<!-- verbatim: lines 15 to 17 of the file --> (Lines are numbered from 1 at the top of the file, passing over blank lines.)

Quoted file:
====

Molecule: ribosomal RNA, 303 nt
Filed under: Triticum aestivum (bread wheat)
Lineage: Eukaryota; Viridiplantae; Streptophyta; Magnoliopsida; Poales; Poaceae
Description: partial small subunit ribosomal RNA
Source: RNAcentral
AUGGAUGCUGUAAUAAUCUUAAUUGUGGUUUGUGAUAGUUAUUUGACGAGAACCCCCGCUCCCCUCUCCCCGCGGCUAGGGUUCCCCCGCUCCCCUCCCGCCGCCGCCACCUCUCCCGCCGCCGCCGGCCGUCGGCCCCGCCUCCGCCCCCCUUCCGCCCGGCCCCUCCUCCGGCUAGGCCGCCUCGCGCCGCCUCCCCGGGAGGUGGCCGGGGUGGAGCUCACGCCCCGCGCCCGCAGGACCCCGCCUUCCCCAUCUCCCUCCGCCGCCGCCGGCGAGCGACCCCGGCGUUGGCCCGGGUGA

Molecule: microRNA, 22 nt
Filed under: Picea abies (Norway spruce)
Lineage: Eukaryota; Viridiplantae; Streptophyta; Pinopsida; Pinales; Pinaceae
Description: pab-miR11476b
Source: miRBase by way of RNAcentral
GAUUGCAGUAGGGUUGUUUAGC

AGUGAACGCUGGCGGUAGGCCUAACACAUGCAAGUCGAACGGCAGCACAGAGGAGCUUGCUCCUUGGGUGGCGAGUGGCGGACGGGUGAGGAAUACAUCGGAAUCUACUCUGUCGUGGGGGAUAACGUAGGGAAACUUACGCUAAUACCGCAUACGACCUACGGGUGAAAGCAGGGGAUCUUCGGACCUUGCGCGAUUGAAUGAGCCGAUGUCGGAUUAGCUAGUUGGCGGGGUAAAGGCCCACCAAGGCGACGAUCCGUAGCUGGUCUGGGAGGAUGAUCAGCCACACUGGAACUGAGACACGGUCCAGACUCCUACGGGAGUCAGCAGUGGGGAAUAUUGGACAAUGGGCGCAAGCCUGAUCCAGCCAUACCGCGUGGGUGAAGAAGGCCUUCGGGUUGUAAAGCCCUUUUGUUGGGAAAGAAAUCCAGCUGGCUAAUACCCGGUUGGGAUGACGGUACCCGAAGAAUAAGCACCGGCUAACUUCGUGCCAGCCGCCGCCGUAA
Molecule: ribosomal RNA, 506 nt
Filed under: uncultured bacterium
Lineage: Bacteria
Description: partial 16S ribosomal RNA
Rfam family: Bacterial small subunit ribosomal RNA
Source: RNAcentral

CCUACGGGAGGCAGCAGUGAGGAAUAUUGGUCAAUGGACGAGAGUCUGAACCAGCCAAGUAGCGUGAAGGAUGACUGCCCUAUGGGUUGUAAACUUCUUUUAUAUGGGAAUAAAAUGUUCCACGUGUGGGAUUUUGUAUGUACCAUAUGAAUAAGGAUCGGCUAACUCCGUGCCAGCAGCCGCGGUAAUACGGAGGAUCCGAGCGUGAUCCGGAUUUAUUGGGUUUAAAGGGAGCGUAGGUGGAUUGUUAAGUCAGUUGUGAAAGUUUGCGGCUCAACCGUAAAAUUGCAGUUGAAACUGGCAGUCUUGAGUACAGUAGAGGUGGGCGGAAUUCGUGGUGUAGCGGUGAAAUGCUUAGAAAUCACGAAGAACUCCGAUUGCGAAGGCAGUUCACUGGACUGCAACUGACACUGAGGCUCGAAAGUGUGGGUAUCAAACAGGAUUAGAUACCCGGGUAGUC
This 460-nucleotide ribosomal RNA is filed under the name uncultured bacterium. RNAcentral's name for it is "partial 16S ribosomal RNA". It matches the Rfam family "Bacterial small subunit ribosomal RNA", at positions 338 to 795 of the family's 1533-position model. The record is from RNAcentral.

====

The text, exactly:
Filed under: uncultured bacterium
Lineage: Bacteria
Description: partial 16S ribosomal RNA